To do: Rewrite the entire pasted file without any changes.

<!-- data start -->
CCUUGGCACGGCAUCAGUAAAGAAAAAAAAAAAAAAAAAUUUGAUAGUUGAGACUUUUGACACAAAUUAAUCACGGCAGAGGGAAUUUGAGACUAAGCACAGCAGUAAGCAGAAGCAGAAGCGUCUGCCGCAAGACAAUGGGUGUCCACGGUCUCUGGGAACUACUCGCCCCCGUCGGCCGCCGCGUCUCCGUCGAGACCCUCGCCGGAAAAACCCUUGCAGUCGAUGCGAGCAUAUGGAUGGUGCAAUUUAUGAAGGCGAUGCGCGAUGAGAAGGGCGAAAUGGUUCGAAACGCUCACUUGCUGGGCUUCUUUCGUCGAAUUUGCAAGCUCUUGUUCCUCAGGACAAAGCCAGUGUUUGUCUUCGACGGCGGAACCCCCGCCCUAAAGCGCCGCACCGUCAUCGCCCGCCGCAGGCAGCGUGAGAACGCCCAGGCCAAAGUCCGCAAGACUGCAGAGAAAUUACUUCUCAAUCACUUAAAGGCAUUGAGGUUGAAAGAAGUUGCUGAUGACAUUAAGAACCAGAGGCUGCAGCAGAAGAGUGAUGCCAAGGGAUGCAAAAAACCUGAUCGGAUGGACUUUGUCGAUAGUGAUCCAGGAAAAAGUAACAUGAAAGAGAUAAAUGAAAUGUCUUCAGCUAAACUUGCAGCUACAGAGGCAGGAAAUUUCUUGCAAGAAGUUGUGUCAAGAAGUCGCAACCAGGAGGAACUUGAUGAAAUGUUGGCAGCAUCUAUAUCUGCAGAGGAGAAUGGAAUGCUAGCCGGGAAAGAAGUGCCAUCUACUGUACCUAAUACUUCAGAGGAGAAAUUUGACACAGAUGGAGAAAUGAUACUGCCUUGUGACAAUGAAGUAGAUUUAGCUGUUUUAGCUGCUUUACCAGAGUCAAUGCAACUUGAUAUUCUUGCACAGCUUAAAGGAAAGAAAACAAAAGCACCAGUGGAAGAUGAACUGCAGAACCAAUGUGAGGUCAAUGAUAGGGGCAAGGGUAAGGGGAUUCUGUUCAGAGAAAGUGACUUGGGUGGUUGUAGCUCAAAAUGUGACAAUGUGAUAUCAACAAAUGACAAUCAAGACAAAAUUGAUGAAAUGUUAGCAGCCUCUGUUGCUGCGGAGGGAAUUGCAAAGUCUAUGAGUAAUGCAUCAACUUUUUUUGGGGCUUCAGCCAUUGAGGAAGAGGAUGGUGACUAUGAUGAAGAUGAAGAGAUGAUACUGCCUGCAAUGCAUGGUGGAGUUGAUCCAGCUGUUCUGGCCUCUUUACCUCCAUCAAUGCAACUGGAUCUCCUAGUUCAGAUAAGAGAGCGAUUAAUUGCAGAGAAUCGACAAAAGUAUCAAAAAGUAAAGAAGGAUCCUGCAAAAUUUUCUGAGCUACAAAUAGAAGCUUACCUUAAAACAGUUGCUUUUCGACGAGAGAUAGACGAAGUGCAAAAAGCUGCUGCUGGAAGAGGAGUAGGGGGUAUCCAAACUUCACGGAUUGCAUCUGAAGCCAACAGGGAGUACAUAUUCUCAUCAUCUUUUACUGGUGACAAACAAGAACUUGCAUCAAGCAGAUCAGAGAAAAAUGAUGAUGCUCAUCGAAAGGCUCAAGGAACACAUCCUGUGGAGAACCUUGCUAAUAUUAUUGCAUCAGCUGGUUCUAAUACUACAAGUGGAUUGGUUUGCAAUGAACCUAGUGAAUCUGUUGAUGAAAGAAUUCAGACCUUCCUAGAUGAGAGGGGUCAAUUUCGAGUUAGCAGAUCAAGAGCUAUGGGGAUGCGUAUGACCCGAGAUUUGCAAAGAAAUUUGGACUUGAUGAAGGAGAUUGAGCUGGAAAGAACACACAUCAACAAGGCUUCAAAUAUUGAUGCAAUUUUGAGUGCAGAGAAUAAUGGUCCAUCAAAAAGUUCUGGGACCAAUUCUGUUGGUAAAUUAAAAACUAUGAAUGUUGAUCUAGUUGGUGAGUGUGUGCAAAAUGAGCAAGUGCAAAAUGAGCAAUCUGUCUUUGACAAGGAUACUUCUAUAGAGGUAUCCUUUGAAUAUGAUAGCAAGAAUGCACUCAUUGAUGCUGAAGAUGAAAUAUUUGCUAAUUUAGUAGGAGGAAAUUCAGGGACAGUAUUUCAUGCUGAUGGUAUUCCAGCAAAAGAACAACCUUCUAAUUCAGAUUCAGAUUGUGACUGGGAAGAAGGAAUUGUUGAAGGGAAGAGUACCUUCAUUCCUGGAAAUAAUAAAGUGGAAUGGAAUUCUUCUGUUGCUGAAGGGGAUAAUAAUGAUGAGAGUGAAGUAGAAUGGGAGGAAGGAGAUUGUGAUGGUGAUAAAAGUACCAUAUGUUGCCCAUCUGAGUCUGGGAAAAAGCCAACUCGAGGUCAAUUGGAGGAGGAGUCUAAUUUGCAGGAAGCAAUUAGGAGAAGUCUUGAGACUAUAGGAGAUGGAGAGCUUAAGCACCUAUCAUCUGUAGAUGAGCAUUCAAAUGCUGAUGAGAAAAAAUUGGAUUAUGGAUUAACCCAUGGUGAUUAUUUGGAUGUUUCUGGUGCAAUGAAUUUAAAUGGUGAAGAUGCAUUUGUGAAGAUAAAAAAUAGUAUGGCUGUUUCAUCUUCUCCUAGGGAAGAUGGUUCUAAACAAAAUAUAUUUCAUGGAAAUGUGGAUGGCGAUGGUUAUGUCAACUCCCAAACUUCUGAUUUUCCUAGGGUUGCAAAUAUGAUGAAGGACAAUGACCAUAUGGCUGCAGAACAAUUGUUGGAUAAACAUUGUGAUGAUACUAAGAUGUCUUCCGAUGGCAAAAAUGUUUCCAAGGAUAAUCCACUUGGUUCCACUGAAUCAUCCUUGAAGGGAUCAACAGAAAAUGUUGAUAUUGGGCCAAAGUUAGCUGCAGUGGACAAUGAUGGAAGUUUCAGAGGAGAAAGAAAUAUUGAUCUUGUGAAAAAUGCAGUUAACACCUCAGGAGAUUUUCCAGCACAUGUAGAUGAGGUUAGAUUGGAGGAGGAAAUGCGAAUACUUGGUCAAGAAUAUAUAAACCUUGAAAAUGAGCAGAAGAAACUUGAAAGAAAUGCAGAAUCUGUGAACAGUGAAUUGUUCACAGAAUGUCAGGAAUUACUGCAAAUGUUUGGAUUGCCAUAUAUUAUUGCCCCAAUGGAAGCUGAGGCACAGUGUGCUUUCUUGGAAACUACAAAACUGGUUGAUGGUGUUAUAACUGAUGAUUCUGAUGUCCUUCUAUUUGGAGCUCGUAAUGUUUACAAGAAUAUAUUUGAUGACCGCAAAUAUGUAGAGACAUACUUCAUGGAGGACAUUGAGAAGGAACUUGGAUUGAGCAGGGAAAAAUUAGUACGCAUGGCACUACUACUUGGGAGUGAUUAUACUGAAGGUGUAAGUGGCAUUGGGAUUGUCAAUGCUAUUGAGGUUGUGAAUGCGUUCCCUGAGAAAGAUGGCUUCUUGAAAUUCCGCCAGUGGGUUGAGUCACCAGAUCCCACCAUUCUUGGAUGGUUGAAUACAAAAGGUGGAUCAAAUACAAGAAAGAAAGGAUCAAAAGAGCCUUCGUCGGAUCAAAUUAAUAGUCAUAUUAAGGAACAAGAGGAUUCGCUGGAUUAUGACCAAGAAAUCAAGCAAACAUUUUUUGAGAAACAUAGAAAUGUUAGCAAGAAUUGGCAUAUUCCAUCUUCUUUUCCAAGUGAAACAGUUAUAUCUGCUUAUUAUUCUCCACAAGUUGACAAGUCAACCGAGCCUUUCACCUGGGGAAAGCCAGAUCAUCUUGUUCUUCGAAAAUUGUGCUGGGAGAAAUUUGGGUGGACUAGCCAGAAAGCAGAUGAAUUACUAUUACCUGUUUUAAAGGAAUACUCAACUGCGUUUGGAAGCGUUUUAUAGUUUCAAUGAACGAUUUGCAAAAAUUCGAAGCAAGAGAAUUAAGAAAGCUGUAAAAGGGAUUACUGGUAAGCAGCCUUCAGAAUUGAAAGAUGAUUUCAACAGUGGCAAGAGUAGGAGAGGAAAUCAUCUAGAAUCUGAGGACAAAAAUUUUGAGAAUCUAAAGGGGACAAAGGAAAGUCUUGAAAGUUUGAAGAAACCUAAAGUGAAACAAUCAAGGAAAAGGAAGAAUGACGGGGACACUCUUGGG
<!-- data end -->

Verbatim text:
CCUUGGCACGGCAUCAGUAAAGAAAAAAAAAAAAAAAAAUUUGAUAGUUGAGACUUUUGACACAAAUUAAUCACGGCAGAGGGAAUUUGAGACUAAGCACAGCAGUAAGCAGAAGCAGAAGCGUCUGCCGCAAGACAAUGGGUGUCCACGGUCUCUGGGAACUACUCGCCCCCGUCGGCCGCCGCGUCUCCGUCGAGACCCUCGCCGGAAAAACCCUUGCAGUCGAUGCGAGCAUAUGGAUGGUGCAAUUUAUGAAGGCGAUGCGCGAUGAGAAGGGCGAAAUGGUUCGAAACGCUCACUUGCUGGGCUUCUUUCGUCGAAUUUGCAAGCUCUUGUUCCUCAGGACAAAGCCAGUGUUUGUCUUCGACGGCGGAACCCCCGCCCUAAAGCGCCGCACCGUCAUCGCCCGCCGCAGGCAGCGUGAGAACGCCCAGGCCAAAGUCCGCAAGACUGCAGAGAAAUUACUUCUCAAUCACUUAAAGGCAUUGAGGUUGAAAGAAGUUGCUGAUGACAUUAAGAACCAGAGGCUGCAGCAGAAGAGUGAUGCCAAGGGAUGCAAAAAACCUGAUCGGAUGGACUUUGUCGAUAGUGAUCCAGGAAAAAGUAACAUGAAAGAGAUAAAUGAAAUGUCUUCAGCUAAACUUGCAGCUACAGAGGCAGGAAAUUUCUUGCAAGAAGUUGUGUCAAGAAGUCGCAACCAGGAGGAACUUGAUGAAAUGUUGGCAGCAUCUAUAUCUGCAGAGGAGAAUGGAAUGCUAGCCGGGAAAGAAGUGCCAUCUACUGUACCUAAUACUUCAGAGGAGAAAUUUGACACAGAUGGAGAAAUGAUACUGCCUUGUGACAAUGAAGUAGAUUUAGCUGUUUUAGCUGCUUUACCAGAGUCAAUGCAACUUGAUAUUCUUGCACAGCUUAAAGGAAAGAAAACAAAAGCACCAGUGGAAGAUGAACUGCAGAACCAAUGUGAGGUCAAUGAUAGGGGCAAGGGUAAGGGGAUUCUGUUCAGAGAAAGUGACUUGGGUGGUUGUAGCUCAAAAUGUGACAAUGUGAUAUCAACAAAUGACAAUCAAGACAAAAUUGAUGAAAUGUUAGCAGCCUCUGUUGCUGCGGAGGGAAUUGCAAAGUCUAUGAGUAAUGCAUCAACUUUUUUUGGGGCUUCAGCCAUUGAGGAAGAGGAUGGUGACUAUGAUGAAGAUGAAGAGAUGAUACUGCCUGCAAUGCAUGGUGGAGUUGAUCCAGCUGUUCUGGCCUCUUUACCUCCAUCAAUGCAACUGGAUCUCCUAGUUCAGAUAAGAGAGCGAUUAAUUGCAGAGAAUCGACAAAAGUAUCAAAAAGUAAAGAAGGAUCCUGCAAAAUUUUCUGAGCUACAAAUAGAAGCUUACCUUAAAACAGUUGCUUUUCGACGAGAGAUAGACGAAGUGCAAAAAGCUGCUGCUGGAAGAGGAGUAGGGGGUAUCCAAACUUCACGGAUUGCAUCUGAAGCCAACAGGGAGUACAUAUUCUCAUCAUCUUUUACUGGUGACAAACAAGAACUUGCAUCAAGCAGAUCAGAGAAAAAUGAUGAUGCUCAUCGAAAGGCUCAAGGAACACAUCCUGUGGAGAACCUUGCUAAUAUUAUUGCAUCAGCUGGUUCUAAUACUACAAGUGGAUUGGUUUGCAAUGAACCUAGUGAAUCUGUUGAUGAAAGAAUUCAGACCUUCCUAGAUGAGAGGGGUCAAUUUCGAGUUAGCAGAUCAAGAGCUAUGGGGAUGCGUAUGACCCGAGAUUUGCAAAGAAAUUUGGACUUGAUGAAGGAGAUUGAGCUGGAAAGAACACACAUCAACAAGGCUUCAAAUAUUGAUGCAAUUUUGAGUGCAGAGAAUAAUGGUCCAUCAAAAAGUUCUGGGACCAAUUCUGUUGGUAAAUUAAAAACUAUGAAUGUUGAUCUAGUUGGUGAGUGUGUGCAAAAUGAGCAAGUGCAAAAUGAGCAAUCUGUCUUUGACAAGGAUACUUCUAUAGAGGUAUCCUUUGAAUAUGAUAGCAAGAAUGCACUCAUUGAUGCUGAAGAUGAAAUAUUUGCUAAUUUAGUAGGAGGAAAUUCAGGGACAGUAUUUCAUGCUGAUGGUAUUCCAGCAAAAGAACAACCUUCUAAUUCAGAUUCAGAUUGUGACUGGGAAGAAGGAAUUGUUGAAGGGAAGAGUACCUUCAUUCCUGGAAAUAAUAAAGUGGAAUGGAAUUCUUCUGUUGCUGAAGGGGAUAAUAAUGAUGAGAGUGAAGUAGAAUGGGAGGAAGGAGAUUGUGAUGGUGAUAAAAGUACCAUAUGUUGCCCAUCUGAGUCUGGGAAAAAGCCAACUCGAGGUCAAUUGGAGGAGGAGUCUAAUUUGCAGGAAGCAAUUAGGAGAAGUCUUGAGACUAUAGGAGAUGGAGAGCUUAAGCACCUAUCAUCUGUAGAUGAGCAUUCAAAUGCUGAUGAGAAAAAAUUGGAUUAUGGAUUAACCCAUGGUGAUUAUUUGGAUGUUUCUGGUGCAAUGAAUUUAAAUGGUGAAGAUGCAUUUGUGAAGAUAAAAAAUAGUAUGGCUGUUUCAUCUUCUCCUAGGGAAGAUGGUUCUAAACAAAAUAUAUUUCAUGGAAAUGUGGAUGGCGAUGGUUAUGUCAACUCCCAAACUUCUGAUUUUCCUAGGGUUGCAAAUAUGAUGAAGGACAAUGACCAUAUGGCUGCAGAACAAUUGUUGGAUAAACAUUGUGAUGAUACUAAGAUGUCUUCCGAUGGCAAAAAUGUUUCCAAGGAUAAUCCACUUGGUUCCACUGAAUCAUCCUUGAAGGGAUCAACAGAAAAUGUUGAUAUUGGGCCAAAGUUAGCUGCAGUGGACAAUGAUGGAAGUUUCAGAGGAGAAAGAAAUAUUGAUCUUGUGAAAAAUGCAGUUAACACCUCAGGAGAUUUUCCAGCACAUGUAGAUGAGGUUAGAUUGGAGGAGGAAAUGCGAAUACUUGGUCAAGAAUAUAUAAACCUUGAAAAUGAGCAGAAGAAACUUGAAAGAAAUGCAGAAUCUGUGAACAGUGAAUUGUUCACAGAAUGUCAGGAAUUACUGCAAAUGUUUGGAUUGCCAUAUAUUAUUGCCCCAAUGGAAGCUGAGGCACAGUGUGCUUUCUUGGAAACUACAAAACUGGUUGAUGGUGUUAUAACUGAUGAUUCUGAUGUCCUUCUAUUUGGAGCUCGUAAUGUUUACAAGAAUAUAUUUGAUGACCGCAAAUAUGUAGAGACAUACUUCAUGGAGGACAUUGAGAAGGAACUUGGAUUGAGCAGGGAAAAAUUAGUACGCAUGGCACUACUACUUGGGAGUGAUUAUACUGAAGGUGUAAGUGGCAUUGGGAUUGUCAAUGCUAUUGAGGUUGUGAAUGCGUUCCCUGAGAAAGAUGGCUUCUUGAAAUUCCGCCAGUGGGUUGAGUCACCAGAUCCCACCAUUCUUGGAUGGUUGAAUACAAAAGGUGGAUCAAAUACAAGAAAGAAAGGAUCAAAAGAGCCUUCGUCGGAUCAAAUUAAUAGUCAUAUUAAGGAACAAGAGGAUUCGCUGGAUUAUGACCAAGAAAUCAAGCAAACAUUUUUUGAGAAACAUAGAAAUGUUAGCAAGAAUUGGCAUAUUCCAUCUUCUUUUCCAAGUGAAACAGUUAUAUCUGCUUAUUAUUCUCCACAAGUUGACAAGUCAACCGAGCCUUUCACCUGGGGAAAGCCAGAUCAUCUUGUUCUUCGAAAAUUGUGCUGGGAGAAAUUUGGGUGGACUAGCCAGAAAGCAGAUGAAUUACUAUUACCUGUUUUAAAGGAAUACUCAACUGCGUUUGGAAGCGUUUUAUAGUUUCAAUGAACGAUUUGCAAAAAUUCGAAGCAAGAGAAUUAAGAAAGCUGUAAAAGGGAUUACUGGUAAGCAGCCUUCAGAAUUGAAAGAUGAUUUCAACAGUGGCAAGAGUAGGAGAGGAAAUCAUCUAGAAUCUGAGGACAAAAAUUUUGAGAAUCUAAAGGGGACAAAGGAAAGUCUUGAAAGUUUGAAGAAACCUAAAGUGAAACAAUCAAGGAAAAGGAAGAAUGACGGGGACACUCUUGGG